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The Kickstart Process

The kickstart process covered here is particularly effective when you’re faced with limited time or resources—in other words, when teams or organizations need to better manage workflow, but don’t have sufficient resources to develop those better ways. Naturally, this is not the only way to introduce Scrumban to teams.2 Always use your understanding of Scrumban principles to modify the process to fit your context.

Incidentally, this process is modeled after a Kanban kickstart process developed by Christophe Achouiantz, a Lean/Agile coach, and Johan Nordin, development support manager at Sandvik IT. Sandvik needed a way to empower its company’s teams to begin a process of continuous improvement that wouldn’t involve a significant initial investment of time or effort. Achouiantz and Nordin have documented this process and made it available to the public as a reference guide. While the particulars may not apply directly to your needs, it’s an outstanding summary of the key points and objectives relevant to any process.

Preparation

As systems thinkers, it’s critical to first understand the context of the environment before attempting to kickstart anything. At a minimum, preliminary preparation should include the following steps:

  • Identifying the current conditions and organizational priorities (e.g., increased quality, productivity, predictability)
  • Developing working relationships with key managers and team leads
  • Ascertaining areas of desired change
  • Introducing Kanban/Scrumban as a framework for evolutionary change
  • Starting to educate staff on Scrumban’s core principles and practices
  • Identifying any risks and potential impediments to introducing Scrumban to targeted teams

Regarding that last item, it’s important to recognize that some teams or contexts may not benefit from introducing Scrumban until certain conditions or impediments are addressed. These can include teams in an active state of reorganization, teams with serious internal conflicts, and so forth. Your context will determine how you address these situations. For example, Sandvik’s needs dictated that such teams be bypassed until circumstances changed.

Though it’s possible for teams to initiate Scrumban adoption without organizational buy-in, as previous chapters indicate, broader engagement is necessary to achieve the full breadth of desired outcomes and to sustain them over time. As such, Scrumban is not substantially different from a pure Scrum context.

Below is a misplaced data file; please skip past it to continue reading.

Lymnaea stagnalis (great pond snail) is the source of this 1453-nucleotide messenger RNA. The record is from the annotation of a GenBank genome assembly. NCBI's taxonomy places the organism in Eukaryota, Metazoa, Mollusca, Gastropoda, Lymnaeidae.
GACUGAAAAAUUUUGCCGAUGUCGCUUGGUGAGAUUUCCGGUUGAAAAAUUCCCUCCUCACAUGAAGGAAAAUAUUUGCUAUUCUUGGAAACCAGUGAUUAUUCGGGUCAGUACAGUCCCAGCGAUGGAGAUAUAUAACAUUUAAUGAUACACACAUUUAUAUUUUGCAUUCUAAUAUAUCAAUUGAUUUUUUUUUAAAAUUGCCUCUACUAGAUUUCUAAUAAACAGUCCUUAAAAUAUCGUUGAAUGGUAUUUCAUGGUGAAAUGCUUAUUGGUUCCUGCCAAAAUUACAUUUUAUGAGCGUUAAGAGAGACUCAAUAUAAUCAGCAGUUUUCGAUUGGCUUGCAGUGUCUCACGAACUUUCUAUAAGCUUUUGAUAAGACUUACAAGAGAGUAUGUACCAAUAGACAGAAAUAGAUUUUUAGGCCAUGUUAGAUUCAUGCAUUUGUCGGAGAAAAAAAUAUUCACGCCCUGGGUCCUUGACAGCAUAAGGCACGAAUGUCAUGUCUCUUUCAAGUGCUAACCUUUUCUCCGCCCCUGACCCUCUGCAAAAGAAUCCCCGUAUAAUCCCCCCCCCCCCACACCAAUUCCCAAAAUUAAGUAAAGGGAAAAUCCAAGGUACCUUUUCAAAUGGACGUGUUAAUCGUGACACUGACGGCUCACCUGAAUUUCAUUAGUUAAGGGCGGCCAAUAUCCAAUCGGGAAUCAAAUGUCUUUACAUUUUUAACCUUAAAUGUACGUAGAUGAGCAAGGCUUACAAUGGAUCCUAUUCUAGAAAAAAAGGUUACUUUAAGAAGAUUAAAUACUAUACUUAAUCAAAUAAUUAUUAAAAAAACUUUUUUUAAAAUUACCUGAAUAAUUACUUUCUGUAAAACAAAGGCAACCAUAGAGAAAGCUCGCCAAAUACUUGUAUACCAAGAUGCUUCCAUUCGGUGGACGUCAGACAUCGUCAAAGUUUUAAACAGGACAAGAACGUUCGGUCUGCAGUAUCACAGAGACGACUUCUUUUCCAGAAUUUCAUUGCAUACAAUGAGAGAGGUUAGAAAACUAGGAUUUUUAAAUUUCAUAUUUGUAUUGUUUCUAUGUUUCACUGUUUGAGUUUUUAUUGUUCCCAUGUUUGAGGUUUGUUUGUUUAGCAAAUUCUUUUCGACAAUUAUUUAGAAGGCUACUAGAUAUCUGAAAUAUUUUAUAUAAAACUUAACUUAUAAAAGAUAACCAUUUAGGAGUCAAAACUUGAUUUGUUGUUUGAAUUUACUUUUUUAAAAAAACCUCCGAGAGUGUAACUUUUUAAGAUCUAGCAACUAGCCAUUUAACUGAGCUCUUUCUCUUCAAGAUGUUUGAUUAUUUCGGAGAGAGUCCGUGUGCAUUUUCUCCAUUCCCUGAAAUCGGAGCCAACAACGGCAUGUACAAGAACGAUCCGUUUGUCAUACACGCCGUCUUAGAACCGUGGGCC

In his book Succeeding with Agile: Software Development Using Scrum (Boston: Addison-Wesley, 2009), Mike Cohn addresses a variety of considerations that apply when you’re selecting the project context in which to roll out a new process (these considerations are made with an eye toward building off demonstrated success). Though less critical in a context where the Scrumban or Kanban framework is employed, they nonetheless represent worthy considerations (see Figure 5.1 for a graphical illustration of the convergence of these considerations):

Figure 5.1

Figure 5.1 The convergence of key considerations in selecting a pilot project for introducing Scrum. These same considerations apply to Scrumban.

Source: Michael Cohn. Succeeding with Agile: Software Development Using Scrum (Boston: Addison-Wesley, 2009).

  • Project size: For Scrum pilots, Mike suggests selecting a project that will not grow to more than five teams, and limiting initial efforts to just one or two of those teams. Coordinating work among more Scrum teams represents more work than you can effectively tackle.

    For Scrumban rollouts, there’s substantially more leeway. With fewer concepts to learn and master (again, we start out respecting current roles and processes), working with a slightly larger number of teams is feasible.

  • Project duration: Select a pilot project of average duration for your organization, ideally around 3–4 months. This is plenty of time for teams to begin mastering the framework and seeing benefits. It’s usually also sufficient for demonstrating that your new approach will lead to similar success in other contexts.
  • Project importance: Mike suggests that with Scrum pilots, it’s critical to select high-profile projects. Unimportant projects will not get the organizational attention necessary to make Scrum successful, and team members may be disinclined to do all the hard things Scrum requires.

    There’s slightly more leeway with Scrumban. Building momentum and trust through success is still an important objective, but the framework’s service-oriented agenda and active management of psychological barriers to change represent additional capabilities that can be leveraged to ultimately satisfy these needs.